In Arabic, Zakaat literally means “purification”, because Zakaat is considered to purify one’s heart of greed. Love of wealth is natural and it takes firm belief in God for a person to part with some of his wealth. Zakaat must be paid on different categories of property — gold, silver, money; livestock; agricultural produce; and business commodities — and is payable each year after one year’s possession. It requires an annual contribution of 2.5 percent of an individual’s wealth and assets.
Like prayer, which is both an individual and communal responsibility, Zakaat expresses a Muslim’s worship of and thanksgiving to God by supporting those in need. In Islam, the true owner of things is not man, but God. Acquisition of wealth for its own sake, or so that it may increase a man’s worth, is condemned. Mere acquisition of wealth counts for nothing in the sight of God. It does not give man any merit in this life or in the hereafter. Islam teaches that people should acquire wealth with the intention of spending it on their own needs and the needs of others.
“‘Man’, said the Prophet, ‘says: My wealth! My wealth!’ Have you not any wealth except that which you give as alms and thus preserve, wear and tatter, eat and use up?”
The whole concept of wealth is considered in Islam as a gift from God. God, who provided it to the person, made a portion of it for the poor, so the poor have a right over one’s wealth. Zakaat reminds Muslims that everything they have belongs to God. People are given their wealth as a trust from God, and Zakaat is intended to free Muslims from the love of money. The money paid in Zakaat is not something God needs or receives. He is above any type of dependency. God, in His boundless mercy, promises rewards for helping those in need with one basic condition that Zakaat be paid in the name of God; one should not expect or demand any worldly gains from the beneficiaries nor aim at making one’s name as a philanthropist. The feelings of a beneficiary should not be hurt by making him feel inferior or reminding him of the assistance.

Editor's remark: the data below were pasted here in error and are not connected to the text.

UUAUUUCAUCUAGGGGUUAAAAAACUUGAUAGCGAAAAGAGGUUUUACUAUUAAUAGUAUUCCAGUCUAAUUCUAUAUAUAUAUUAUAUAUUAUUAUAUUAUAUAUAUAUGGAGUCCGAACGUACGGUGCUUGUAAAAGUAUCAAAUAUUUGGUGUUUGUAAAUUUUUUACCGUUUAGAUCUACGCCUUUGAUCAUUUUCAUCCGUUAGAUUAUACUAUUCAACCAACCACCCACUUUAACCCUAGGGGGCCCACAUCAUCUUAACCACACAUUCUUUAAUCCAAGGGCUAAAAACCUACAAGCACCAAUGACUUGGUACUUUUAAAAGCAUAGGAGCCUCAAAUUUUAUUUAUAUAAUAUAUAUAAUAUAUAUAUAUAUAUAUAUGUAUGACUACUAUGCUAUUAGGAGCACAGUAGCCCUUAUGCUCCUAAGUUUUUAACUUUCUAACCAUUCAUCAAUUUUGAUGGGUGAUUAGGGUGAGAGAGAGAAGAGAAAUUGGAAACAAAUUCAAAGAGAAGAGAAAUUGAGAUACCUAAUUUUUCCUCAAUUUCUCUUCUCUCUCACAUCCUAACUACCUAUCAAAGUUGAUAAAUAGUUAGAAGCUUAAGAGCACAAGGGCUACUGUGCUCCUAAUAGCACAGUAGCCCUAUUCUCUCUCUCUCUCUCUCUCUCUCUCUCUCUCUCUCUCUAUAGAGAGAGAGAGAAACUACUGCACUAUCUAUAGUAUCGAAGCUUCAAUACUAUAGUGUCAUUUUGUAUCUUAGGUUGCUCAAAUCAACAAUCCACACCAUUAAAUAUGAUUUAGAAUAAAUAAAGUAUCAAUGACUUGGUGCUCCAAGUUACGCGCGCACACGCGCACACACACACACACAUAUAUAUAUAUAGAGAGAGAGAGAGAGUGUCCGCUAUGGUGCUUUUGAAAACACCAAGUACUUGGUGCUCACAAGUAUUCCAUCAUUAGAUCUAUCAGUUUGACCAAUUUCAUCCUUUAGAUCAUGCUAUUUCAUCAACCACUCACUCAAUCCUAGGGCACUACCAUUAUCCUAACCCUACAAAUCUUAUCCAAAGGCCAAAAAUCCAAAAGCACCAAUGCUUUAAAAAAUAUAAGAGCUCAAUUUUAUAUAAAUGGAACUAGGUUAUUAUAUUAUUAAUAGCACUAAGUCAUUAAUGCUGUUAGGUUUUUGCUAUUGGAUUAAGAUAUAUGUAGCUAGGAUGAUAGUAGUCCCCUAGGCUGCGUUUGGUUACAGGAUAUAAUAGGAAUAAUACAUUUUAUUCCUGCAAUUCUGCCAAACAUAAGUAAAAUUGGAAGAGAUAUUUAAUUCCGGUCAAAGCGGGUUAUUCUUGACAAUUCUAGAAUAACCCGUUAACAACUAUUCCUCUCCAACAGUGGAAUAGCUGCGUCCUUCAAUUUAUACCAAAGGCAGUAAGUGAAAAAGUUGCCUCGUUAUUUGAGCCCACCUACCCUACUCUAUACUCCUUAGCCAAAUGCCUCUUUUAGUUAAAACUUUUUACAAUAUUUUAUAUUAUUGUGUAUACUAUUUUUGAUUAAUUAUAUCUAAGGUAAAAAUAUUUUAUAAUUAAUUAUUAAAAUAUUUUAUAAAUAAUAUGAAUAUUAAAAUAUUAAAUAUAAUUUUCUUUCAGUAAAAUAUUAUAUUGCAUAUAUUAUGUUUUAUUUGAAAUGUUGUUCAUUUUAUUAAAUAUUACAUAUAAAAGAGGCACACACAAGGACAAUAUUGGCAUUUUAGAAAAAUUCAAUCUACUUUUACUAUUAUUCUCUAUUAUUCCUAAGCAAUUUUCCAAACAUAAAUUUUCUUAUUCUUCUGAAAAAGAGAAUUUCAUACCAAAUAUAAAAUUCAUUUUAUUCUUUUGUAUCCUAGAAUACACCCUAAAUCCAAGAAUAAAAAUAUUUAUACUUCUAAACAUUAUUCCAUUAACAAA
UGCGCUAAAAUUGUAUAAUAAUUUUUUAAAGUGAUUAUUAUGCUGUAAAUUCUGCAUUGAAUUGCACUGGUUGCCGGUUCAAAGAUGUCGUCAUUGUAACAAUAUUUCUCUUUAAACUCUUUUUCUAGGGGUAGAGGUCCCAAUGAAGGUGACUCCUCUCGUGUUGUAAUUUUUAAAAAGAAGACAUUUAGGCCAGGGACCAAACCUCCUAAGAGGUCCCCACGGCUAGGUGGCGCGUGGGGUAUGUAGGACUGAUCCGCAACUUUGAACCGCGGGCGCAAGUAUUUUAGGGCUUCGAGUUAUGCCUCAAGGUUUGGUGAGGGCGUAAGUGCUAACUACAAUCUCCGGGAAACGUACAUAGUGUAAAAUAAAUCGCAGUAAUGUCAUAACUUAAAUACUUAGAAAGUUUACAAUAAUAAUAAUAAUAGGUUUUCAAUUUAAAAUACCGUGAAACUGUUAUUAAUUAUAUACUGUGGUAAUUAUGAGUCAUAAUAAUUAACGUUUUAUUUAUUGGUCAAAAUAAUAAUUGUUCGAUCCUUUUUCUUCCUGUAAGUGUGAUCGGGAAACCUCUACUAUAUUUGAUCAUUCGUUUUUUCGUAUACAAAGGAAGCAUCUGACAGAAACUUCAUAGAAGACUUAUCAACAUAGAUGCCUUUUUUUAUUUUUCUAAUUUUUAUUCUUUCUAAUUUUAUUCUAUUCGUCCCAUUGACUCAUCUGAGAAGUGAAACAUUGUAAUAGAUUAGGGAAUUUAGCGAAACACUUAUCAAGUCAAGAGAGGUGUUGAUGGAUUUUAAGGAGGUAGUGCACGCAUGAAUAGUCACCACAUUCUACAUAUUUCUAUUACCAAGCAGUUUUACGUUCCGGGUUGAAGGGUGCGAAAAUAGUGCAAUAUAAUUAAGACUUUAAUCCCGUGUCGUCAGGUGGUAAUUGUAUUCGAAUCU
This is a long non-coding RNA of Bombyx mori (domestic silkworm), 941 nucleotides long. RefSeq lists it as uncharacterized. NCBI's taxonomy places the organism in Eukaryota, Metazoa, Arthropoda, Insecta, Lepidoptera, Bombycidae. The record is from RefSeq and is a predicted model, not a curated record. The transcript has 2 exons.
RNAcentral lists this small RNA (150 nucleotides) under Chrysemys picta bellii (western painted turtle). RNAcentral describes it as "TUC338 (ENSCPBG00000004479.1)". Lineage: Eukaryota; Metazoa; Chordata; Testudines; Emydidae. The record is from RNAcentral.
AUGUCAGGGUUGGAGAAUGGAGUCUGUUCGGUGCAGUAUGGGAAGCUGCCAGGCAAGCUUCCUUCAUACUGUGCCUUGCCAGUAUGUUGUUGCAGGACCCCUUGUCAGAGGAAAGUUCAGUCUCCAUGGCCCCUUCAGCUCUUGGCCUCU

Money given as Zakaat can only be used for certain specific things. Islamic Law stipulates that alms are to be used to support the poor and the needy, to free slaves and debtors, as specifically mentioned in the Quran (9:60). Zakaat, which developed fourteen hundred years ago, functions as a form of social security in a Muslim society. Most Muslims in the West give Zakaat through Islamic charities, mosques, or directly giving to the poor. Money is not collected during religious services or via collection plates, but some mosques keep a drop box for those who wish it to distribute Zakaat on their behalf.